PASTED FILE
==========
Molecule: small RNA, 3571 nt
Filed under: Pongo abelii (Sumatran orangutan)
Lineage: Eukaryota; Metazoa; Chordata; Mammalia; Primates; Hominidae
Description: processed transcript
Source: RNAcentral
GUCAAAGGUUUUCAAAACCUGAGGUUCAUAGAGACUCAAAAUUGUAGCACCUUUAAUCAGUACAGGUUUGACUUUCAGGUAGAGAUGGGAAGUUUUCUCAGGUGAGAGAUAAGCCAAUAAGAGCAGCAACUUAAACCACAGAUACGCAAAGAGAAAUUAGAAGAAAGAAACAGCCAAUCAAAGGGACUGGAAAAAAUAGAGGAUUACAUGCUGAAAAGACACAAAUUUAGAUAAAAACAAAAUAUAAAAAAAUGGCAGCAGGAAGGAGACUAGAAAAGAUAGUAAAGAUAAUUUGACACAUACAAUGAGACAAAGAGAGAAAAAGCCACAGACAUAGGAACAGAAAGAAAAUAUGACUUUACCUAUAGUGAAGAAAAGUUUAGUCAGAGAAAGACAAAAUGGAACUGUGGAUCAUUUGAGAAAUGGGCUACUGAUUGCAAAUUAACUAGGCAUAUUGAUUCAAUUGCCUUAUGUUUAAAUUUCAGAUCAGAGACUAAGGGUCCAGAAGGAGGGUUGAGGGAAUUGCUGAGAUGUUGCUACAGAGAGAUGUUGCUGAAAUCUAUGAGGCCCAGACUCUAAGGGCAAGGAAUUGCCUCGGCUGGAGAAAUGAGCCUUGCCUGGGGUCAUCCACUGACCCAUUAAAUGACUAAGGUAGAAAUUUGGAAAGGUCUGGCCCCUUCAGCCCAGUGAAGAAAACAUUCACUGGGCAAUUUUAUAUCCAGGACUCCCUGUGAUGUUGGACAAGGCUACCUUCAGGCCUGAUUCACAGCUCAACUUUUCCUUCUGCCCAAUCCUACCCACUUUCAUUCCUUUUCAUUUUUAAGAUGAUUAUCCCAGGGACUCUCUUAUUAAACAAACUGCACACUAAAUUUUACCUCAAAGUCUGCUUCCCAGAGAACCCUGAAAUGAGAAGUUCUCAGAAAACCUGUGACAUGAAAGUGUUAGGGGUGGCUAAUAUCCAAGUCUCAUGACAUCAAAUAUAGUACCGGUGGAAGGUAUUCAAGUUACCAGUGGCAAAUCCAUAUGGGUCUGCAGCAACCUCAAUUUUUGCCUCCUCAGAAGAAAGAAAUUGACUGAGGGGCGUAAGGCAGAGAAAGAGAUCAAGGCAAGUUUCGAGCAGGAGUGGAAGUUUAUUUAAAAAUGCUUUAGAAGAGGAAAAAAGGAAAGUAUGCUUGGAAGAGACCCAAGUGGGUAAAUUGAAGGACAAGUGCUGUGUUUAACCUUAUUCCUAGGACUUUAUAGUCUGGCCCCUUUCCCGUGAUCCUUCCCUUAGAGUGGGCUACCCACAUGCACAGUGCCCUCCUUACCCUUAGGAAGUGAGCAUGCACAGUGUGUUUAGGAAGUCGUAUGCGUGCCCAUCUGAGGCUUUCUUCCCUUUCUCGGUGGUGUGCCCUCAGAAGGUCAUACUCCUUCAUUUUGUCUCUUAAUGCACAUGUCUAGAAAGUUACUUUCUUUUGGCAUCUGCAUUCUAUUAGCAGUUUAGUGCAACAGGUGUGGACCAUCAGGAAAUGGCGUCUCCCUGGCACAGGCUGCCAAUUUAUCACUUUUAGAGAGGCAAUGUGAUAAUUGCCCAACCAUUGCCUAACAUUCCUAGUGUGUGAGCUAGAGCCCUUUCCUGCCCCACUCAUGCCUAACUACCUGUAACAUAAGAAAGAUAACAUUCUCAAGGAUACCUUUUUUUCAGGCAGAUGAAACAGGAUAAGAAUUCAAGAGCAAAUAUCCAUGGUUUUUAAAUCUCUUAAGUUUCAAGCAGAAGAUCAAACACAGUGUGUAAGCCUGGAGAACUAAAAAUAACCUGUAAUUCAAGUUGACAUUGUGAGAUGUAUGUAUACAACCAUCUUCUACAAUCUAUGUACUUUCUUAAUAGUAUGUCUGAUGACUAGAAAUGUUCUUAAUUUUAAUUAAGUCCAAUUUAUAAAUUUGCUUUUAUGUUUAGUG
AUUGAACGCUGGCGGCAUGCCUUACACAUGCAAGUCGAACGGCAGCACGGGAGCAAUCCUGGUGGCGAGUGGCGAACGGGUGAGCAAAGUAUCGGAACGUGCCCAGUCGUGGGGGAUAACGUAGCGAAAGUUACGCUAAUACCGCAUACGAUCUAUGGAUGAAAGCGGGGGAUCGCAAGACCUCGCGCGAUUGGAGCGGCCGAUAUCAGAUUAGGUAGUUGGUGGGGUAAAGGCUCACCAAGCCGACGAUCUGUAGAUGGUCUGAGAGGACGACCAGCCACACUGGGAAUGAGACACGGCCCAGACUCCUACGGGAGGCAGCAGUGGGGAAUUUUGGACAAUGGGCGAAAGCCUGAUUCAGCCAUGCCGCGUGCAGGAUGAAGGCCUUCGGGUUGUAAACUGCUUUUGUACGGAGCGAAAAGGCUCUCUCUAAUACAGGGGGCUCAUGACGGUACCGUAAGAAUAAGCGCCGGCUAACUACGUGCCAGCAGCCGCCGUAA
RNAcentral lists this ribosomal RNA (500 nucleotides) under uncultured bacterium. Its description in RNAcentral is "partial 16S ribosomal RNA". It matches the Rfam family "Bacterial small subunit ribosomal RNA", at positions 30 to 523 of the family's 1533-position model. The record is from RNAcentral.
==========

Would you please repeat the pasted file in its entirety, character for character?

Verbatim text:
Molecule: small RNA, 3571 nt
Filed under: Pongo abelii (Sumatran orangutan)
Lineage: Eukaryota; Metazoa; Chordata; Mammalia; Primates; Hominidae
Description: processed transcript
Source: RNAcentral
GUCAAAGGUUUUCAAAACCUGAGGUUCAUAGAGACUCAAAAUUGUAGCACCUUUAAUCAGUACAGGUUUGACUUUCAGGUAGAGAUGGGAAGUUUUCUCAGGUGAGAGAUAAGCCAAUAAGAGCAGCAACUUAAACCACAGAUACGCAAAGAGAAAUUAGAAGAAAGAAACAGCCAAUCAAAGGGACUGGAAAAAAUAGAGGAUUACAUGCUGAAAAGACACAAAUUUAGAUAAAAACAAAAUAUAAAAAAAUGGCAGCAGGAAGGAGACUAGAAAAGAUAGUAAAGAUAAUUUGACACAUACAAUGAGACAAAGAGAGAAAAAGCCACAGACAUAGGAACAGAAAGAAAAUAUGACUUUACCUAUAGUGAAGAAAAGUUUAGUCAGAGAAAGACAAAAUGGAACUGUGGAUCAUUUGAGAAAUGGGCUACUGAUUGCAAAUUAACUAGGCAUAUUGAUUCAAUUGCCUUAUGUUUAAAUUUCAGAUCAGAGACUAAGGGUCCAGAAGGAGGGUUGAGGGAAUUGCUGAGAUGUUGCUACAGAGAGAUGUUGCUGAAAUCUAUGAGGCCCAGACUCUAAGGGCAAGGAAUUGCCUCGGCUGGAGAAAUGAGCCUUGCCUGGGGUCAUCCACUGACCCAUUAAAUGACUAAGGUAGAAAUUUGGAAAGGUCUGGCCCCUUCAGCCCAGUGAAGAAAACAUUCACUGGGCAAUUUUAUAUCCAGGACUCCCUGUGAUGUUGGACAAGGCUACCUUCAGGCCUGAUUCACAGCUCAACUUUUCCUUCUGCCCAAUCCUACCCACUUUCAUUCCUUUUCAUUUUUAAGAUGAUUAUCCCAGGGACUCUCUUAUUAAACAAACUGCACACUAAAUUUUACCUCAAAGUCUGCUUCCCAGAGAACCCUGAAAUGAGAAGUUCUCAGAAAACCUGUGACAUGAAAGUGUUAGGGGUGGCUAAUAUCCAAGUCUCAUGACAUCAAAUAUAGUACCGGUGGAAGGUAUUCAAGUUACCAGUGGCAAAUCCAUAUGGGUCUGCAGCAACCUCAAUUUUUGCCUCCUCAGAAGAAAGAAAUUGACUGAGGGGCGUAAGGCAGAGAAAGAGAUCAAGGCAAGUUUCGAGCAGGAGUGGAAGUUUAUUUAAAAAUGCUUUAGAAGAGGAAAAAAGGAAAGUAUGCUUGGAAGAGACCCAAGUGGGUAAAUUGAAGGACAAGUGCUGUGUUUAACCUUAUUCCUAGGACUUUAUAGUCUGGCCCCUUUCCCGUGAUCCUUCCCUUAGAGUGGGCUACCCACAUGCACAGUGCCCUCCUUACCCUUAGGAAGUGAGCAUGCACAGUGUGUUUAGGAAGUCGUAUGCGUGCCCAUCUGAGGCUUUCUUCCCUUUCUCGGUGGUGUGCCCUCAGAAGGUCAUACUCCUUCAUUUUGUCUCUUAAUGCACAUGUCUAGAAAGUUACUUUCUUUUGGCAUCUGCAUUCUAUUAGCAGUUUAGUGCAACAGGUGUGGACCAUCAGGAAAUGGCGUCUCCCUGGCACAGGCUGCCAAUUUAUCACUUUUAGAGAGGCAAUGUGAUAAUUGCCCAACCAUUGCCUAACAUUCCUAGUGUGUGAGCUAGAGCCCUUUCCUGCCCCACUCAUGCCUAACUACCUGUAACAUAAGAAAGAUAACAUUCUCAAGGAUACCUUUUUUUCAGGCAGAUGAAACAGGAUAAGAAUUCAAGAGCAAAUAUCCAUGGUUUUUAAAUCUCUUAAGUUUCAAGCAGAAGAUCAAACACAGUGUGUAAGCCUGGAGAACUAAAAAUAACCUGUAAUUCAAGUUGACAUUGUGAGAUGUAUGUAUACAACCAUCUUCUACAAUCUAUGUACUUUCUUAAUAGUAUGUCUGAUGACUAGAAAUGUUCUUAAUUUUAAUUAAGUCCAAUUUAUAAAUUUGCUUUUAUGUUUAGUG
AUUGAACGCUGGCGGCAUGCCUUACACAUGCAAGUCGAACGGCAGCACGGGAGCAAUCCUGGUGGCGAGUGGCGAACGGGUGAGCAAAGUAUCGGAACGUGCCCAGUCGUGGGGGAUAACGUAGCGAAAGUUACGCUAAUACCGCAUACGAUCUAUGGAUGAAAGCGGGGGAUCGCAAGACCUCGCGCGAUUGGAGCGGCCGAUAUCAGAUUAGGUAGUUGGUGGGGUAAAGGCUCACCAAGCCGACGAUCUGUAGAUGGUCUGAGAGGACGACCAGCCACACUGGGAAUGAGACACGGCCCAGACUCCUACGGGAGGCAGCAGUGGGGAAUUUUGGACAAUGGGCGAAAGCCUGAUUCAGCCAUGCCGCGUGCAGGAUGAAGGCCUUCGGGUUGUAAACUGCUUUUGUACGGAGCGAAAAGGCUCUCUCUAAUACAGGGGGCUCAUGACGGUACCGUAAGAAUAAGCGCCGGCUAACUACGUGCCAGCAGCCGCCGUAA
RNAcentral lists this ribosomal RNA (500 nucleotides) under uncultured bacterium. Its description in RNAcentral is "partial 16S ribosomal RNA". It matches the Rfam family "Bacterial small subunit ribosomal RNA", at positions 30 to 523 of the family's 1533-position model. The record is from RNAcentral.